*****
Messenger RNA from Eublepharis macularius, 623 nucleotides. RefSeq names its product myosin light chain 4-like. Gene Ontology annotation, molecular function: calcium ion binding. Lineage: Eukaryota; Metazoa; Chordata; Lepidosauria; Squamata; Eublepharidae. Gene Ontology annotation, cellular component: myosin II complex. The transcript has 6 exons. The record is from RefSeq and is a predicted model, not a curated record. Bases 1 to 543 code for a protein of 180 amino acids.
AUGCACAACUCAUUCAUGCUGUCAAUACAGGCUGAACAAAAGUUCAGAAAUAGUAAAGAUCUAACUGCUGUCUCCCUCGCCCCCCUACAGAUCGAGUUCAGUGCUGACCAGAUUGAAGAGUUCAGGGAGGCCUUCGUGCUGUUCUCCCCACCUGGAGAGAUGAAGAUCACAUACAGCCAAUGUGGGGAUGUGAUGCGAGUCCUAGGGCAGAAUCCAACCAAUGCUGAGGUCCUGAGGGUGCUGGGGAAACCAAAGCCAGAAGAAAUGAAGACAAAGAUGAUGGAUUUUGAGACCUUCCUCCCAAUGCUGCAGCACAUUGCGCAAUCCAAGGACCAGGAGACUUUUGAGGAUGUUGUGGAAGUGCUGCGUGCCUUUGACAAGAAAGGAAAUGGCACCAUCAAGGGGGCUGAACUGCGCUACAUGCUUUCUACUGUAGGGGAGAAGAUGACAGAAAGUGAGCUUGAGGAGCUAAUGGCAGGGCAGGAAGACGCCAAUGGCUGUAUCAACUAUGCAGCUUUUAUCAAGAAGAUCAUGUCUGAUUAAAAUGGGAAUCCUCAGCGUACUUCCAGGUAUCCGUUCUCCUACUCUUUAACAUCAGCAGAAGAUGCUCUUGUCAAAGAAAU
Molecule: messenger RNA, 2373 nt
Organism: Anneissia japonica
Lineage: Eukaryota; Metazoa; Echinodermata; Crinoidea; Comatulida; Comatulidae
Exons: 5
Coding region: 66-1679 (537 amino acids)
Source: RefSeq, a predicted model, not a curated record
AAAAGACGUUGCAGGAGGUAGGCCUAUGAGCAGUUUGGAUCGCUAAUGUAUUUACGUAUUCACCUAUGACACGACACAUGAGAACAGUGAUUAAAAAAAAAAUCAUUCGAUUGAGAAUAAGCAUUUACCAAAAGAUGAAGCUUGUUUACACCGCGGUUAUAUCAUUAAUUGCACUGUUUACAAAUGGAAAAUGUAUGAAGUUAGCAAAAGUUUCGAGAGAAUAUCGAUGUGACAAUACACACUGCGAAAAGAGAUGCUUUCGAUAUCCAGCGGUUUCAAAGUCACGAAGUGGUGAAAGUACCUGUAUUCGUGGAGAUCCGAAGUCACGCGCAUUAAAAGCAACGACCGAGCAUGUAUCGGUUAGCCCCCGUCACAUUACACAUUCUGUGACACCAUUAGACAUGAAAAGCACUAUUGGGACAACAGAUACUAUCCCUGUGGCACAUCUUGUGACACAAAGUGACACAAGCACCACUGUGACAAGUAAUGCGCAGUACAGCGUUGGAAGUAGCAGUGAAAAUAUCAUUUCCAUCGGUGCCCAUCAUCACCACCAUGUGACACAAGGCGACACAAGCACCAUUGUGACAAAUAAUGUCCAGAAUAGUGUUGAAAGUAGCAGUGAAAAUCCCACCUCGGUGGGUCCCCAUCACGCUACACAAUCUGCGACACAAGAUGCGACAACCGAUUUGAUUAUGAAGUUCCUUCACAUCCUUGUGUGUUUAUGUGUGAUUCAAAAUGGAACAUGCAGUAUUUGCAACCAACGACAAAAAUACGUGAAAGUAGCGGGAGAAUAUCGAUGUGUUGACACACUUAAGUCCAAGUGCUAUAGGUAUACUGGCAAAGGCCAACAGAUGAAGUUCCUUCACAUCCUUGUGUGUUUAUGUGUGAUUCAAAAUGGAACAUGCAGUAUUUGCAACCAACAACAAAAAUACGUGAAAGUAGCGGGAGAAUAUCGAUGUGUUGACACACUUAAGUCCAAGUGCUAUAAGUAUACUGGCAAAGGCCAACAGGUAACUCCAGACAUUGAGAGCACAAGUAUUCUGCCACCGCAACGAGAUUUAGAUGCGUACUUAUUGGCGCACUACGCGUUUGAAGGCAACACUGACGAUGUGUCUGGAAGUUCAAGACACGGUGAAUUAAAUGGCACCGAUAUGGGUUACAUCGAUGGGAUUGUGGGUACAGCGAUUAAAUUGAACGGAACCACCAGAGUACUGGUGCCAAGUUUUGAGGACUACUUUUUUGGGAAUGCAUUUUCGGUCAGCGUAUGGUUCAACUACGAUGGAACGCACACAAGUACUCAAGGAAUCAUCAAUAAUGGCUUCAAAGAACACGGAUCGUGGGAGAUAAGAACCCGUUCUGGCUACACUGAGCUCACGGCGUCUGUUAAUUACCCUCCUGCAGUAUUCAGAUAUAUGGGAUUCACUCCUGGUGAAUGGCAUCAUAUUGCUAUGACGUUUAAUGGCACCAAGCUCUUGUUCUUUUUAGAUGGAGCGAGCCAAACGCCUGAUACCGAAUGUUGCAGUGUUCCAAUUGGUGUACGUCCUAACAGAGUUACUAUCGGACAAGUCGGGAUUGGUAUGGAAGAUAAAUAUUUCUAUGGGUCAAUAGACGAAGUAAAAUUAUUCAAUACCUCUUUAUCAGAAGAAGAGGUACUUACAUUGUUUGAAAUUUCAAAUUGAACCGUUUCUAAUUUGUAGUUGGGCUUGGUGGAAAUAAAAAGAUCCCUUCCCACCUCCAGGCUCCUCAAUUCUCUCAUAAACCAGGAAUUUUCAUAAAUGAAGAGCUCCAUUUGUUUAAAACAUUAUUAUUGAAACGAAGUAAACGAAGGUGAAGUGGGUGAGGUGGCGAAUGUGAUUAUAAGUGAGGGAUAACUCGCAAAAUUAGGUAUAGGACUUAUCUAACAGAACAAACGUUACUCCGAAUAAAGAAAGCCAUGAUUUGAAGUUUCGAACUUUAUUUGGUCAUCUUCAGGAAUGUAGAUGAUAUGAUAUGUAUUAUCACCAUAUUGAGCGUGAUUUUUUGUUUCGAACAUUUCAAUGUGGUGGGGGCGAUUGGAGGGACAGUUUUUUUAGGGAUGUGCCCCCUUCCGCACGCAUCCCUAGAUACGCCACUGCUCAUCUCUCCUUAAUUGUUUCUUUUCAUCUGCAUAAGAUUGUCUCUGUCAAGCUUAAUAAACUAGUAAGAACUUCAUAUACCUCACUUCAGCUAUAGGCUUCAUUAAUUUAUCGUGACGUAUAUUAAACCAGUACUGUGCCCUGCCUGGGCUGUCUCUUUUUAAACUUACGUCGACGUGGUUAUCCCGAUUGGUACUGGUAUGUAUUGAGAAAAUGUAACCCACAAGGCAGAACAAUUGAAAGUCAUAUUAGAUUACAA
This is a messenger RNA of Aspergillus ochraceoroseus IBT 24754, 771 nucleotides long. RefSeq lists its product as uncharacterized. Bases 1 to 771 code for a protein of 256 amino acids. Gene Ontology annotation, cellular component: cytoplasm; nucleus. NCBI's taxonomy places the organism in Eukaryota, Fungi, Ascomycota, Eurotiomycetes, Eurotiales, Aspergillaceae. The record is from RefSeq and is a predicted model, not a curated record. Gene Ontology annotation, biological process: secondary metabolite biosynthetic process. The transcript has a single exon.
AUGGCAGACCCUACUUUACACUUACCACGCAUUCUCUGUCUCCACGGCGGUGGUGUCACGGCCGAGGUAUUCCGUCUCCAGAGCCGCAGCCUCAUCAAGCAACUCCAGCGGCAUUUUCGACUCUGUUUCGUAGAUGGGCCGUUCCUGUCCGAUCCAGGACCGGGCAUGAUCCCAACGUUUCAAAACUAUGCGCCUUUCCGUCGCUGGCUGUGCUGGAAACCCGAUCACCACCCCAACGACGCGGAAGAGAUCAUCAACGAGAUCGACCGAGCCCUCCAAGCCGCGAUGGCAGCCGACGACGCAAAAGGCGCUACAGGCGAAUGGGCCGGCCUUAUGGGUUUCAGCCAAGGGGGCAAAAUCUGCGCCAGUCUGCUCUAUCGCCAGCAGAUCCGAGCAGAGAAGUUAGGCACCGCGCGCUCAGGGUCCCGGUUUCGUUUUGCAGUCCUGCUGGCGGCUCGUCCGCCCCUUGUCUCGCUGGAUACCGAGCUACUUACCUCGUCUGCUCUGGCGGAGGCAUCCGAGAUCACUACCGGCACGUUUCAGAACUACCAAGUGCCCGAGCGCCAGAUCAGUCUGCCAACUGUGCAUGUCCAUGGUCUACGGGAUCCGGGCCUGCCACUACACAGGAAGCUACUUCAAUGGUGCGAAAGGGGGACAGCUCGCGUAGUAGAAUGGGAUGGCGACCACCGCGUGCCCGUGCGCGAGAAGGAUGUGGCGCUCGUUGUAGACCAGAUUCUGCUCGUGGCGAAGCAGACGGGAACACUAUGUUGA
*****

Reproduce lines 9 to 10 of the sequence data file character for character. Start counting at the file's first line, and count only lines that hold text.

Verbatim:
AAAAGACGUUGCAGGAGGUAGGCCUAUGAGCAGUUUGGAUCGCUAAUGUAUUUACGUAUUCACCUAUGACACGACACAUGAGAACAGUGAUUAAAAAAAAAAUCAUUCGAUUGAGAAUAAGCAUUUACCAAAAGAUGAAGCUUGUUUACACCGCGGUUAUAUCAUUAAUUGCACUGUUUACAAAUGGAAAAUGUAUGAAGUUAGCAAAAGUUUCGAGAGAAUAUCGAUGUGACAAUACACACUGCGAAAAGAGAUGCUUUCGAUAUCCAGCGGUUUCAAAGUCACGAAGUGGUGAAAGUACCUGUAUUCGUGGAGAUCCGAAGUCACGCGCAUUAAAAGCAACGACCGAGCAUGUAUCGGUUAGCCCCCGUCACAUUACACAUUCUGUGACACCAUUAGACAUGAAAAGCACUAUUGGGACAACAGAUACUAUCCCUGUGGCACAUCUUGUGACACAAAGUGACACAAGCACCACUGUGACAAGUAAUGCGCAGUACAGCGUUGGAAGUAGCAGUGAAAAUAUCAUUUCCAUCGGUGCCCAUCAUCACCACCAUGUGACACAAGGCGACACAAGCACCAUUGUGACAAAUAAUGUCCAGAAUAGUGUUGAAAGUAGCAGUGAAAAUCCCACCUCGGUGGGUCCCCAUCACGCUACACAAUCUGCGACACAAGAUGCGACAACCGAUUUGAUUAUGAAGUUCCUUCACAUCCUUGUGUGUUUAUGUGUGAUUCAAAAUGGAACAUGCAGUAUUUGCAACCAACGACAAAAAUACGUGAAAGUAGCGGGAGAAUAUCGAUGUGUUGACACACUUAAGUCCAAGUGCUAUAGGUAUACUGGCAAAGGCCAACAGAUGAAGUUCCUUCACAUCCUUGUGUGUUUAUGUGUGAUUCAAAAUGGAACAUGCAGUAUUUGCAACCAACAACAAAAAUACGUGAAAGUAGCGGGAGAAUAUCGAUGUGUUGACACACUUAAGUCCAAGUGCUAUAAGUAUACUGGCAAAGGCCAACAGGUAACUCCAGACAUUGAGAGCACAAGUAUUCUGCCACCGCAACGAGAUUUAGAUGCGUACUUAUUGGCGCACUACGCGUUUGAAGGCAACACUGACGAUGUGUCUGGAAGUUCAAGACACGGUGAAUUAAAUGGCACCGAUAUGGGUUACAUCGAUGGGAUUGUGGGUACAGCGAUUAAAUUGAACGGAACCACCAGAGUACUGGUGCCAAGUUUUGAGGACUACUUUUUUGGGAAUGCAUUUUCGGUCAGCGUAUGGUUCAACUACGAUGGAACGCACACAAGUACUCAAGGAAUCAUCAAUAAUGGCUUCAAAGAACACGGAUCGUGGGAGAUAAGAACCCGUUCUGGCUACACUGAGCUCACGGCGUCUGUUAAUUACCCUCCUGCAGUAUUCAGAUAUAUGGGAUUCACUCCUGGUGAAUGGCAUCAUAUUGCUAUGACGUUUAAUGGCACCAAGCUCUUGUUCUUUUUAGAUGGAGCGAGCCAAACGCCUGAUACCGAAUGUUGCAGUGUUCCAAUUGGUGUACGUCCUAACAGAGUUACUAUCGGACAAGUCGGGAUUGGUAUGGAAGAUAAAUAUUUCUAUGGGUCAAUAGACGAAGUAAAAUUAUUCAAUACCUCUUUAUCAGAAGAAGAGGUACUUACAUUGUUUGAAAUUUCAAAUUGAACCGUUUCUAAUUUGUAGUUGGGCUUGGUGGAAAUAAAAAGAUCCCUUCCCACCUCCAGGCUCCUCAAUUCUCUCAUAAACCAGGAAUUUUCAUAAAUGAAGAGCUCCAUUUGUUUAAAACAUUAUUAUUGAAACGAAGUAAACGAAGGUGAAGUGGGUGAGGUGGCGAAUGUGAUUAUAAGUGAGGGAUAACUCGCAAAAUUAGGUAUAGGACUUAUCUAACAGAACAAACGUUACUCCGAAUAAAGAAAGCCAUGAUUUGAAGUUUCGAACUUUAUUUGGUCAUCUUCAGGAAUGUAGAUGAUAUGAUAUGUAUUAUCACCAUAUUGAGCGUGAUUUUUUGUUUCGAACAUUUCAAUGUGGUGGGGGCGAUUGGAGGGACAGUUUUUUUAGGGAUGUGCCCCCUUCCGCACGCAUCCCUAGAUACGCCACUGCUCAUCUCUCCUUAAUUGUUUCUUUUCAUCUGCAUAAGAUUGUCUCUGUCAAGCUUAAUAAACUAGUAAGAACUUCAUAUACCUCACUUCAGCUAUAGGCUUCAUUAAUUUAUCGUGACGUAUAUUAAACCAGUACUGUGCCCUGCCUGGGCUGUCUCUUUUUAAACUUACGUCGACGUGGUUAUCCCGAUUGGUACUGGUAUGUAUUGAGAAAAUGUAACCCACAAGGCAGAACAAUUGAAAGUCAUAUUAGAUUACAA
This is a messenger RNA of Aspergillus ochraceoroseus IBT 24754, 771 nucleotides long. RefSeq lists its product as uncharacterized. Bases 1 to 771 code for a protein of 256 amino acids. Gene Ontology annotation, cellular component: cytoplasm; nucleus. NCBI's taxonomy places the organism in Eukaryota, Fungi, Ascomycota, Eurotiomycetes, Eurotiales, Aspergillaceae. The record is from RefSeq and is a predicted model, not a curated record. Gene Ontology annotation, biological process: secondary metabolite biosynthetic process. The transcript has a single exon.